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研究生:邱琬棋
研究生(外文):Wan Chi Chiu
論文名稱:咬肌及顳肌注射肉毒桿菌神經毒素之後對大屬顱顏生長發育之影響
論文名稱(外文):Evaluation of Craniofacial Growth and Development Following Injections of Botulinum Neurotoxin into Masseter and Temporalis Muscles of Rats
指導教授:蔡吉陽蔡吉陽引用關係
指導教授(外文):Chi Yang Tsai
學位類別:碩士
校院名稱:臺北醫學大學
系所名稱:牙醫學系碩博士班
學門:醫藥衛生學門
學類:牙醫學類
論文種類:學術論文
論文出版年:2007
畢業學年度:96
語文別:英文
論文頁數:77
中文關鍵詞:肉毒桿菌神經毒素顱顏生長發育
外文關鍵詞:boutulinum neurotoxincraniofacial growth and development
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本研究目的是藉由將肉毒桿菌神經毒素A型 (Botox®, Allergan Pharmaceuticals, Irvine, CA, USA) 注入大鼠咬肌及顳肌,使咬肌和顳肌麻痺、萎縮,來探討咬肌和顳肌對顱顏生長發育之影響。研究方法是選取60隻28天大的Long-Evans雄性之大鼠,隨機分為四組,每組15隻,依部位將25U/mL的A型肉毒桿菌神經毒素(BoNT/A)注射於大鼠:Group I之雙側咬肌(雙側顳肌則施打等量之0.9%生理食鹽水);Group II之雙側顳肌(雙側咬肌則施打等量之0.9%生理食鹽水);Group III之雙側咬肌和顳肌;Group IV為對照組,雙側咬肌及顳肌只施打0.9%生理食鹽水。每星期一次,連續七週,測量老鼠之體重。而後將77天大的大鼠犧牲,取下咬肌和顳肌,測量其重量及量測乾燥頭顱骨大小(共40項測量項目)。
最後完成研究總計有53隻大鼠。結果發現四組的平均體重在七個星期中並無明顯之統計上的差異。顳肌平均重量Group I和Group IV(µ=0.64±0.03g和0.061±0.09g)較Group II及Group III(分別為µ=0.43±0.03g和0.33±0.02g)大;咬肌平均重量Group II和Group IV(分別為µ=1.41±0.07g和1.38±0.04g)較Group I及Group III(分別為µ=1.26±0.07g和1.04±0.04g)大。肌肉之平均重量具統計上的差異(p<0.001)。乾燥頭顱骨的40項測量中,16項具有統計意義(p<0.05),分別為:(1)頭顱向實驗組之maximum skull height及upper anterior facial height比對照組小、lower anterior facial height和total anterior facial height比對照組大。(2)上顎向之U8 bimolar distance在Group III是最大的,而對照組是最小的。(3)下顎向測量項目中之total mandibular length I~III及corpus length實驗組較對照組大,而Group III是最大的;在ramus height I~IV方面,實驗組較對照組大,而Group I是最大的;在 mandibular plane angle方面實驗組比對照組平坦,且Group III的角度是最小的;在 bicoronoidal width和 bigonial width中,實驗組左右寬度較對照組小,而Group III是最小的。
本研究結果顯示咀嚼肌痲痺、萎縮且功能降低後會造成生長發育偏向垂直方向生長形成長臉型之顏面外觀。上臉部顯得矮短而下臉部變長,下顎骨體長度及下顎枝後緣高度也比正常大,下顎冠狀突及下顎骨角左右之間的距離也呈現狹窄之現象。研究證實了咀嚼肌萎縮後確實會影響顱顏骨型態及生長發育。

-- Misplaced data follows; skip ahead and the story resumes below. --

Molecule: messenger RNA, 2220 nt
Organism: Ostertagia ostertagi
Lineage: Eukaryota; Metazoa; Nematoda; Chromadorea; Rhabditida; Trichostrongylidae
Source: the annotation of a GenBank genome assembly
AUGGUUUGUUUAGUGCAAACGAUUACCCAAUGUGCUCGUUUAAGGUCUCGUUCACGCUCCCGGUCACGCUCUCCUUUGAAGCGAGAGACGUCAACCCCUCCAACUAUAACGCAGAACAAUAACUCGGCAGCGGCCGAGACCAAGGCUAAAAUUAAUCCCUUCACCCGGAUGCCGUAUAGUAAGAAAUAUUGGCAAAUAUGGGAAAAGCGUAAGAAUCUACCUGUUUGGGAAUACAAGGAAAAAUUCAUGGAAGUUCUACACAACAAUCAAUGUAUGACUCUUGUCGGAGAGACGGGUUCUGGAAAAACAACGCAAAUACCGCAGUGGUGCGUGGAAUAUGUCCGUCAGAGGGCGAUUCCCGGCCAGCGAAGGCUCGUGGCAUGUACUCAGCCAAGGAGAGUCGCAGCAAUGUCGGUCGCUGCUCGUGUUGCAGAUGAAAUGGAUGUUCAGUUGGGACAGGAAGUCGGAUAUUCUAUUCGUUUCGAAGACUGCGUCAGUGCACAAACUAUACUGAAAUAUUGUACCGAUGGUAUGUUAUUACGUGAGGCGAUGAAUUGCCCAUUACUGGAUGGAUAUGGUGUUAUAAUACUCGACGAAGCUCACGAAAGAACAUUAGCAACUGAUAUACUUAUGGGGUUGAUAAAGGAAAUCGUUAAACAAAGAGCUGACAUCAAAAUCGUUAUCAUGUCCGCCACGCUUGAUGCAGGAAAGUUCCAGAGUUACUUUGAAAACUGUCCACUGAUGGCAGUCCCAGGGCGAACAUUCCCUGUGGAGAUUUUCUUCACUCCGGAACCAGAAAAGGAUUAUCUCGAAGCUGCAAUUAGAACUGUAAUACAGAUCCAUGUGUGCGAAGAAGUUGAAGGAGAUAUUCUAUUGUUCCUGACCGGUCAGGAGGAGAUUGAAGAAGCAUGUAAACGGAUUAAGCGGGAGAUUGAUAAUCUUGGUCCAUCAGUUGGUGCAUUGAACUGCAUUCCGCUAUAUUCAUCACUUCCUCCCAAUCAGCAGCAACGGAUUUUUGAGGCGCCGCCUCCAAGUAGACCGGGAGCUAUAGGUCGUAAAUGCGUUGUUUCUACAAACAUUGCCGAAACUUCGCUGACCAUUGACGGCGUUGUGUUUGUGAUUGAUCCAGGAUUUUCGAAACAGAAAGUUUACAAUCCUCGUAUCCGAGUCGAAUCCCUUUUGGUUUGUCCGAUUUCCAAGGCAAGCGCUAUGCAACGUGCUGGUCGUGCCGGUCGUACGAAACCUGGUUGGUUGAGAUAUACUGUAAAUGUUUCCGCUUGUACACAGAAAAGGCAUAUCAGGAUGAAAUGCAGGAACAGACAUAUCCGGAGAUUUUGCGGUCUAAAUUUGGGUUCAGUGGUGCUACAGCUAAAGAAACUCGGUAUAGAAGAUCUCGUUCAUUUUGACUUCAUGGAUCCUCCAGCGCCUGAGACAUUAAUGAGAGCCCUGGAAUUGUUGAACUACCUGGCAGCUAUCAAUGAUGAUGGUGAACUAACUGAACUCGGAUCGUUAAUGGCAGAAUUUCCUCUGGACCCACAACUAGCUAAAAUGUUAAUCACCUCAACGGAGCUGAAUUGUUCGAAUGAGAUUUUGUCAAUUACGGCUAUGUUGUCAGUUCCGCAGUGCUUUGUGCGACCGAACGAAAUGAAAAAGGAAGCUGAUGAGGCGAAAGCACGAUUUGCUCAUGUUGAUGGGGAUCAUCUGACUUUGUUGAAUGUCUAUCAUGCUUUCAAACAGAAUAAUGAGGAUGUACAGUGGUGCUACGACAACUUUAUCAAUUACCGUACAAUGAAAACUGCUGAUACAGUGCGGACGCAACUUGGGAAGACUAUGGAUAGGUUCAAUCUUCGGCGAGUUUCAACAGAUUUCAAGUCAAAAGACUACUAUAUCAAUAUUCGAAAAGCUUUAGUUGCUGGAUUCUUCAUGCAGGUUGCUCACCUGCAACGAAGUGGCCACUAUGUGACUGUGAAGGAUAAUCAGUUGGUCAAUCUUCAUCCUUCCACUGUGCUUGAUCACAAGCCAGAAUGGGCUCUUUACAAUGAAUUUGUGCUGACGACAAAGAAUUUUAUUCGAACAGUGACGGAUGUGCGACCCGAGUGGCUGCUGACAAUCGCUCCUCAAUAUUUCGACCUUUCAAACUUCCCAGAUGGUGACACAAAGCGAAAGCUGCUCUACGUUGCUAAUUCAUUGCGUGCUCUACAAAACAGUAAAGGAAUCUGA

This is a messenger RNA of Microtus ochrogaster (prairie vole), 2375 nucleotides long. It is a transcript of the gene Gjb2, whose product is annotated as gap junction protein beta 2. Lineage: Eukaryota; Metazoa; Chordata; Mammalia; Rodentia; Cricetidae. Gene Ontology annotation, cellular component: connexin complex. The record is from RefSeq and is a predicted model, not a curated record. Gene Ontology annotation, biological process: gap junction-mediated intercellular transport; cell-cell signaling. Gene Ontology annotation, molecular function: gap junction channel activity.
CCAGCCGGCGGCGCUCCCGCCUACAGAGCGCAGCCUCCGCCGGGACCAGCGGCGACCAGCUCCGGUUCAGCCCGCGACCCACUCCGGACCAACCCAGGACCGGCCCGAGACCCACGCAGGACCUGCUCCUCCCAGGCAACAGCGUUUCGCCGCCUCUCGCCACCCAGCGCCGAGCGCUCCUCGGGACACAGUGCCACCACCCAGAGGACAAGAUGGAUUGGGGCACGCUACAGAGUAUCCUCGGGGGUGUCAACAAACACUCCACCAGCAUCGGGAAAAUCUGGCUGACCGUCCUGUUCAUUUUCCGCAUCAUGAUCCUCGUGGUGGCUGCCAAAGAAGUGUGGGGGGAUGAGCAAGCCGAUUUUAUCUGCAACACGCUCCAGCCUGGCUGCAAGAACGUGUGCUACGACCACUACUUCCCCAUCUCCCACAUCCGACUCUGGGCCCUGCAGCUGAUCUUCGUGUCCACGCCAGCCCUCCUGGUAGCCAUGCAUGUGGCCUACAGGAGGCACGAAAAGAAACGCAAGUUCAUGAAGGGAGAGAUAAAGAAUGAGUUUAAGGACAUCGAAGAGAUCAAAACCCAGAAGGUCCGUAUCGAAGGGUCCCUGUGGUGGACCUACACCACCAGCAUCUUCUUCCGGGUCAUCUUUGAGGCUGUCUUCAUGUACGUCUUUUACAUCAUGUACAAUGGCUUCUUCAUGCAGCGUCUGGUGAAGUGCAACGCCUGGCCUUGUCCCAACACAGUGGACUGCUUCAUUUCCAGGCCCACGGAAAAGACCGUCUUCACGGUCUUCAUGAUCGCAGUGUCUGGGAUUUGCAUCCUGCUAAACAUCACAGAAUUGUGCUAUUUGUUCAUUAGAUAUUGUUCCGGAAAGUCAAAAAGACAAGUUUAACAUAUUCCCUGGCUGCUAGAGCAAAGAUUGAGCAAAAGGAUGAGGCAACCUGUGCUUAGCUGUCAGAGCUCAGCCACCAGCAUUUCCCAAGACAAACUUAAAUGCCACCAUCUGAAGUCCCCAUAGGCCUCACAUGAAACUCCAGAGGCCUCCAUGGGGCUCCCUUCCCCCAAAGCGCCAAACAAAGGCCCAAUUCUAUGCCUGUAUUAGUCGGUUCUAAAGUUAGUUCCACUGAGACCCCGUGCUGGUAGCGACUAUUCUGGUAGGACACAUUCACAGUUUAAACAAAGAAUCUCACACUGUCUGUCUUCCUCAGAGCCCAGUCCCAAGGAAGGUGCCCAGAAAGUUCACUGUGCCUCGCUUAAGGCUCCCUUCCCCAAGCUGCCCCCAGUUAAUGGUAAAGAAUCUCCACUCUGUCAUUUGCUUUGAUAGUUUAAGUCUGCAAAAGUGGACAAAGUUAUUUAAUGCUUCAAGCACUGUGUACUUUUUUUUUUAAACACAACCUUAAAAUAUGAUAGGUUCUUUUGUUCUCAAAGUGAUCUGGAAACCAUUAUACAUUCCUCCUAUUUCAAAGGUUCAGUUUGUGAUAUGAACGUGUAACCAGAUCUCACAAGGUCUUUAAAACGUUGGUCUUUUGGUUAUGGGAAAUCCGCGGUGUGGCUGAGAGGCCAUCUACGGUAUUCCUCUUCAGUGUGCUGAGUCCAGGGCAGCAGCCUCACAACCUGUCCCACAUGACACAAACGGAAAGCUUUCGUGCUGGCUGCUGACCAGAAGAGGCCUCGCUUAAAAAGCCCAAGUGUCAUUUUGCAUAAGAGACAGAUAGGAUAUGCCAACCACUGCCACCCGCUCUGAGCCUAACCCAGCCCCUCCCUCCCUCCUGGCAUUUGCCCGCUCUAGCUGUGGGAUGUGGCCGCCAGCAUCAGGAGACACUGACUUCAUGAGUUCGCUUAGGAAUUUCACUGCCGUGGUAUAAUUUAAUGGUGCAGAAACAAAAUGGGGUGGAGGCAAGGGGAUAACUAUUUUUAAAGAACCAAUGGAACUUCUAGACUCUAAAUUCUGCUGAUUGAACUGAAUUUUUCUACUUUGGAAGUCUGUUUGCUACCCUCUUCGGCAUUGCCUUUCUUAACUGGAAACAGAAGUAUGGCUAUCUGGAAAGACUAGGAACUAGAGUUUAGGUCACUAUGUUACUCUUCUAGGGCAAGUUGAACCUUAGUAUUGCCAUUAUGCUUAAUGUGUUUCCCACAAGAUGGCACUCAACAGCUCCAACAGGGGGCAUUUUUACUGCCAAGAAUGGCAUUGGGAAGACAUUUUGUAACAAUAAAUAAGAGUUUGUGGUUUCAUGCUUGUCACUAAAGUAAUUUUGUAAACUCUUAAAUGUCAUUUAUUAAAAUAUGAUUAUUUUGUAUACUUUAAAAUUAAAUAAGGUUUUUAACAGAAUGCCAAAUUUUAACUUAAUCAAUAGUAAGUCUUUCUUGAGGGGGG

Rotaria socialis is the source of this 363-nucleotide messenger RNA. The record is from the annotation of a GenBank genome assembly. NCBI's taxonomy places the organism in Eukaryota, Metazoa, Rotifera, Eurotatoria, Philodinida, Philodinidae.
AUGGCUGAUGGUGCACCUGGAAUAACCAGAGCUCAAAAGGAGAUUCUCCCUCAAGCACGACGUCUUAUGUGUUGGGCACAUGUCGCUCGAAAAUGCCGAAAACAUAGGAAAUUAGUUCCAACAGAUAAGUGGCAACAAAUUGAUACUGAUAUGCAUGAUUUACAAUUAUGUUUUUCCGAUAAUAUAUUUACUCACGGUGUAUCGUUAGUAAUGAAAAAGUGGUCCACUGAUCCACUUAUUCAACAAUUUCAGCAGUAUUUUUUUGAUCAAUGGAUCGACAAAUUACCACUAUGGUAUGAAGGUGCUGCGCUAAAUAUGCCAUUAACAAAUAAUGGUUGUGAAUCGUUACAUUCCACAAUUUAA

This study seeks to evaluate the craniofacial growth and development of growing rats following injections of botulinum neurotoxin type A (Botox®, Allergan Pharmaceuticals, Irvine, CA, USA) into masseter and temporalis muscles of rats. It aims to achieve masseter and temporalis muscle paralysis, inducing a decreased masticatory function, and to investigate the influences of masticatory hypofunction on cranial, maxillary, and mandibular bone growth and development.
The study was comprised of 60 Long-Evans rats which were 28 days old and randomly divided into four groups. A 25U/mL of botulinum neurotoxin type A (BoNT/A) was injected according to the following groups: Group I injection of bilateral masseter muscles (bilateral temporalis muscles received equal amounts of 0.9% sterile, non-preserved saline); Group II injection of bilateral temporalis muscles (bilateral masseter muscles received equal amounts of 0.9% sterile, non-preserved saline); Group III injection of bilateral masseter and temporalis muscles; Group IV is the control, both bilateral masseter and temporalis muscles received 0.9% sterile, non-preserved saline. The animals were weighed every week for a period of 7 consecutive weeks. After 49 days, the mature rats were perfused and sacrificed. The masseter and temporalis muscles were carefully dissected and harvested and the mean muscle mass were recorded. With the preparation of the dried skulls, direct anthropometric cranial, maxillary, and mandibular measurements (a total of 40 parameters) were carried out on the dried skulls.
At the end of the experiment, 53 animals completed the study. The mean changes in animal weights over the 7 weeks did not show any statistical significance. Following injections of BoNT-A, the mean temporalis mass in Group I and Group IV(µ=0.64±0.03g and 0.61±0.09g respectively) were more than Group II and Group III(µ=0.43±0.03g and 0.33±0.02g respectively); the mean masseter muscle mass in Group II and Group IV(µ=1.41±0.07g and 1.38±0.04 g) were more than Group I and Group III(µ=1.26±0.22g and 1.04±0.04g respectively). The differences in mean muscle wet mass were statistically significant (p<0.001). Out of the 40 parameters measured, 16 direct anthropometric measurements were statistically significant(p<0.05) and were as follows: (1)The cranial measurements in the experimental groups were smaller in the maximum skull height and upper anterior facial height and longer in the lower anterior facial height and the total anterior facial height. (2)The maxillary measurements of U8 bimolar distance were the widest in Group III and the narrowest in the control. (3)The mandibular measurements of total mandibular length I~III and the corpus length were longer in the experimental groups with the longest in Group III; in ramus height I~IV, the experimental groups were shorter than the control and Group I had the longest ramus height of all; the mandibular plane angles were flatter in the experimental groups and Group III had the smallest angle of all; in the bicoronoidal width and the bigonial width, the narrowest was in Group III.